by Tillie Cole
Published November 27th 2016
Tillie Cole has been a favorite of mine when I want a book that’s out of my comfort zone. She writes about things that are completely foreign to me. We don’t have the MC’s she talks of in some of her books and so it has been a nice way to create a picture about that world from her words. When I saw she had a new book, I dropped everything I was reading and picked it up. I always finish her books in a span of two days. What drew me in with this one was her author’s note. I am curious in nature about everything historical, so I had to read it.
In modern Italy no titles exist, yet this centuries-rich ancestry has not been lost. There are still princes and princesses; there are still dukes and duchesses. Just as it has always been, they look to their own.
Marriages are brokered and arranged to ensure the fortunes of the elite families remain intact and prestige is added to their reputations. Their world is exclusive, tight-knit; to those born to this life such matters are the most important of all.
This is a story about what happens when this network of power and wealth is challenged.
This is a story about what happens when the heart trumps tradition.
This is a story about what happens when two souls merge — two should that should never have even met.
This is a story set around the royal family in modern day Italy. It explores the way the elite have maintained what was abolished decades ago and how they still get respected among the people. What she brings out in this setting is the way they would do anything to maintain that power and wealth and so arranged marriages are not a thing of the past among them.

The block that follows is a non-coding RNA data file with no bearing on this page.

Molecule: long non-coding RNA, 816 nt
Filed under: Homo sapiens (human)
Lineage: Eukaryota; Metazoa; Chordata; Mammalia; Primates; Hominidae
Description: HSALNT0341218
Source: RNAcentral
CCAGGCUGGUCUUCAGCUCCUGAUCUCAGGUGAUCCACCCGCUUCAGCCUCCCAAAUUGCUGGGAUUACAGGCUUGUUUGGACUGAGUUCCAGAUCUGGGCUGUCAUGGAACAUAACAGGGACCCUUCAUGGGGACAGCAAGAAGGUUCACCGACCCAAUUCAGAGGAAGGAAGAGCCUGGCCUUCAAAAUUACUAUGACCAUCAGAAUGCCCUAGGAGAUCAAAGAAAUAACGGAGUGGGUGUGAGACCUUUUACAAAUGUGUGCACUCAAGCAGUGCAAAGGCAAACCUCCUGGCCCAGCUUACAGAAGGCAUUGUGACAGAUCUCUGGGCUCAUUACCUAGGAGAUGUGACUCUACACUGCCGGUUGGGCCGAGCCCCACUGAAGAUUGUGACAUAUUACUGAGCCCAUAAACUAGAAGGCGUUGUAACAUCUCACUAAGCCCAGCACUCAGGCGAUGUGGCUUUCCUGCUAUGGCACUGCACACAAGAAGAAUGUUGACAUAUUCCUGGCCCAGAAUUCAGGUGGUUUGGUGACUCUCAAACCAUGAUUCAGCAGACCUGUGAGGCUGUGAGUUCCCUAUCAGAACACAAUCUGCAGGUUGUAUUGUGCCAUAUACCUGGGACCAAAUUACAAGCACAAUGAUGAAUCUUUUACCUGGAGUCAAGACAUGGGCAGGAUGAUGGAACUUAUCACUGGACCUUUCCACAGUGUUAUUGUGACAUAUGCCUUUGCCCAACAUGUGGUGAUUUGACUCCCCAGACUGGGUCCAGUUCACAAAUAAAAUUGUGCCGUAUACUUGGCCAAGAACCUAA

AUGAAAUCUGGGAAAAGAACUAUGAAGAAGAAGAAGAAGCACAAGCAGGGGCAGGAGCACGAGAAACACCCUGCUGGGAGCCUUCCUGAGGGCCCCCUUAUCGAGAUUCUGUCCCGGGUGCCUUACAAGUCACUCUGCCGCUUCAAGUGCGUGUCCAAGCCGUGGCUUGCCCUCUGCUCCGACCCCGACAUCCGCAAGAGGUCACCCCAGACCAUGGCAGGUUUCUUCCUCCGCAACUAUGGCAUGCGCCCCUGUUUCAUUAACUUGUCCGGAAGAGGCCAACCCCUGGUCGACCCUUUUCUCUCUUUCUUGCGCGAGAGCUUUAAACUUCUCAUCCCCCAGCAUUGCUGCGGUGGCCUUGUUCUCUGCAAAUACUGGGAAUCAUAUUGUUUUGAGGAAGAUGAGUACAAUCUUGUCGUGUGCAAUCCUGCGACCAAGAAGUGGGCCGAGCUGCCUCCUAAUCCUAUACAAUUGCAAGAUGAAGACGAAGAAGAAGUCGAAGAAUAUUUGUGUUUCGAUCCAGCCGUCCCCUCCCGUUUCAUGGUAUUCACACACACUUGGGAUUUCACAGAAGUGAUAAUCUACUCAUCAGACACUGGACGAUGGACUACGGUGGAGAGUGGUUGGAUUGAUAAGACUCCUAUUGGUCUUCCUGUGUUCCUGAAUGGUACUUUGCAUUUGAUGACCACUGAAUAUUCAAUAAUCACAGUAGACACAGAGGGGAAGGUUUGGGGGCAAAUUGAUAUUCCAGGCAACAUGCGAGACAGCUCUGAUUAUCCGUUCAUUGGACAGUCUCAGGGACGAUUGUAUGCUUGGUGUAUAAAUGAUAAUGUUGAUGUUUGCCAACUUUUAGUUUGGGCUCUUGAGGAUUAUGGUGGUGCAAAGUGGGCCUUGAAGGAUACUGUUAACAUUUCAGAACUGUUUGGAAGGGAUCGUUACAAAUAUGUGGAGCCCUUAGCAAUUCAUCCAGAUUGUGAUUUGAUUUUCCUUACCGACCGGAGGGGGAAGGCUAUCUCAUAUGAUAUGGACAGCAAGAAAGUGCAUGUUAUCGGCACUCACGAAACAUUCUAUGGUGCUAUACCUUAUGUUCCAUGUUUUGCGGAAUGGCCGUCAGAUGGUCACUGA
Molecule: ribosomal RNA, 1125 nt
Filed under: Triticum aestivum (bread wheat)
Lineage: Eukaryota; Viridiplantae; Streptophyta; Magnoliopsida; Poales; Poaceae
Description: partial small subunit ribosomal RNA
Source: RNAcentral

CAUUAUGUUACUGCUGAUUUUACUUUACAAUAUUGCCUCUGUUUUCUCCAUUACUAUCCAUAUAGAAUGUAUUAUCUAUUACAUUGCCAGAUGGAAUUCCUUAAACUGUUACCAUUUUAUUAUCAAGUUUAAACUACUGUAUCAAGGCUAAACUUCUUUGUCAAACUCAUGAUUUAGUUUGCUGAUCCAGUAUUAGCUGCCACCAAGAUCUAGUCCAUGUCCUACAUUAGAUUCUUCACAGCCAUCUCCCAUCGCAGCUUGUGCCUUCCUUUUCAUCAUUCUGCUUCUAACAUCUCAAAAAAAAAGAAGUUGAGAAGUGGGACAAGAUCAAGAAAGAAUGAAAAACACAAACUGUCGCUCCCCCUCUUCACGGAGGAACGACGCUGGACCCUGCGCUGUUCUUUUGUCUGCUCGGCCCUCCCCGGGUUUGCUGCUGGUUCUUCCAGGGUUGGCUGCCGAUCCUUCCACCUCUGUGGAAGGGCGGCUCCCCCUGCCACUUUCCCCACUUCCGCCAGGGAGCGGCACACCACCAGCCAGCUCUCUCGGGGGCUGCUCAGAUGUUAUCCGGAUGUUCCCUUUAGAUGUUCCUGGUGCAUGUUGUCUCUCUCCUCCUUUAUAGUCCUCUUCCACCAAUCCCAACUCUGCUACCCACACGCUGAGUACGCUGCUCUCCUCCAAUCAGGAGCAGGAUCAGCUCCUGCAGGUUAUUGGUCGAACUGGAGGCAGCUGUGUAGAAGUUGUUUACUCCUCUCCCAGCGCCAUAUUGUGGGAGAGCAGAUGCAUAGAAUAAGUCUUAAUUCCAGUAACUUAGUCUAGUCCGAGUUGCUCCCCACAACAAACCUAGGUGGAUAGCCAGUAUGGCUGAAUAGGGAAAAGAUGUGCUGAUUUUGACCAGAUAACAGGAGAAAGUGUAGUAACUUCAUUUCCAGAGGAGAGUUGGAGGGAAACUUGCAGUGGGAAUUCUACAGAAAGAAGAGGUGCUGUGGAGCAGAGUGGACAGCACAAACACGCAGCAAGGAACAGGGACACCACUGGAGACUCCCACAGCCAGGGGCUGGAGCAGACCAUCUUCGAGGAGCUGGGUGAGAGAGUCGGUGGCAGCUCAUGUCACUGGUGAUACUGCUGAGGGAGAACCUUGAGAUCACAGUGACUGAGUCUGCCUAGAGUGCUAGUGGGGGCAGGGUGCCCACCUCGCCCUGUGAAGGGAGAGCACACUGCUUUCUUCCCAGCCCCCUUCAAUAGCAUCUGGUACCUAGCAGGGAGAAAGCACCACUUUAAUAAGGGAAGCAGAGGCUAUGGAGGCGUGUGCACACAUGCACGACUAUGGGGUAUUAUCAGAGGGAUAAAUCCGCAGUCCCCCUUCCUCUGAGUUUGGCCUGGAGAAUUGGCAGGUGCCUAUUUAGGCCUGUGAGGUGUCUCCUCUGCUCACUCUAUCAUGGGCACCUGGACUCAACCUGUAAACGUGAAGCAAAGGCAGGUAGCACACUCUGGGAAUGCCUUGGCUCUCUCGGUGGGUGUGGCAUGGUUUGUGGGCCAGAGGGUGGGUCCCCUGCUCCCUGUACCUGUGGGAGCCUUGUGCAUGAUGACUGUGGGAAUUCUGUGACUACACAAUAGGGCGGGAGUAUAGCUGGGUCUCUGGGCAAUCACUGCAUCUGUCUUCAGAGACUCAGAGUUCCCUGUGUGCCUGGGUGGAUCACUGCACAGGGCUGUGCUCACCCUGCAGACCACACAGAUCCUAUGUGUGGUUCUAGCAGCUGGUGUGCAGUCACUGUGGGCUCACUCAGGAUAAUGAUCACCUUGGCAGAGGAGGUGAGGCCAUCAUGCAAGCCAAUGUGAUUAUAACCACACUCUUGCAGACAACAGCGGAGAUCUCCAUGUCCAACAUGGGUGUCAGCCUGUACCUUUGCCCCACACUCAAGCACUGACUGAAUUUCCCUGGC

“Arranged marriages sounded positively medieval, even barbaric. For a blue blood it was simply part of life. Marriages have always been based on social bonds and securing family ties in Europe, since the beginning of time. Nothing has changed.”
Caresa Acardi, raised in New York City, is headed to Italy to marry Prince Zeno heir to the throne. She agrees knowing how important it is to her family that the marriage succeeds. The family wine business depends on it and she is willing to do anything to ensure it happens. Prince Zeno, a known playboy in the Italian circles feels the same way. They do not pretend that their relationship is anything more than it is, a business deal. What she did not expect is to meet the reclusive winemaker Achille Marchesi. He is the reason behind the success of the vineyard and she becomes conflicted.
“I found you, my missing part, here amongst the vines, and nothing you say will ever change that fact.”
A Veil of Veins just didn’t draw me in the usual way her other books do. I am not saying it was bad, it was just not what I expected. That’s on me. The writing was amazing as always and the storyline was nice but I felt it could have been made better somehow. I was not into that dramatic ending. It felt too much when not that much was needed. But the book works if you are in search of something quick and sweet with a fairytale feel to it.
“We were from two completely different worlds. We weren’t written in the stars.”
And take it from me, you will love Achille! He was the best thing in that book. He reminded me of Archer Hale in Archer’s Voice by Mia Sheridan.
“Cinderella could keep the jewels, the carriage, and the prince. I wanted the vineyard, the faded jeans and the golden touch of a beautiful winemaker.”
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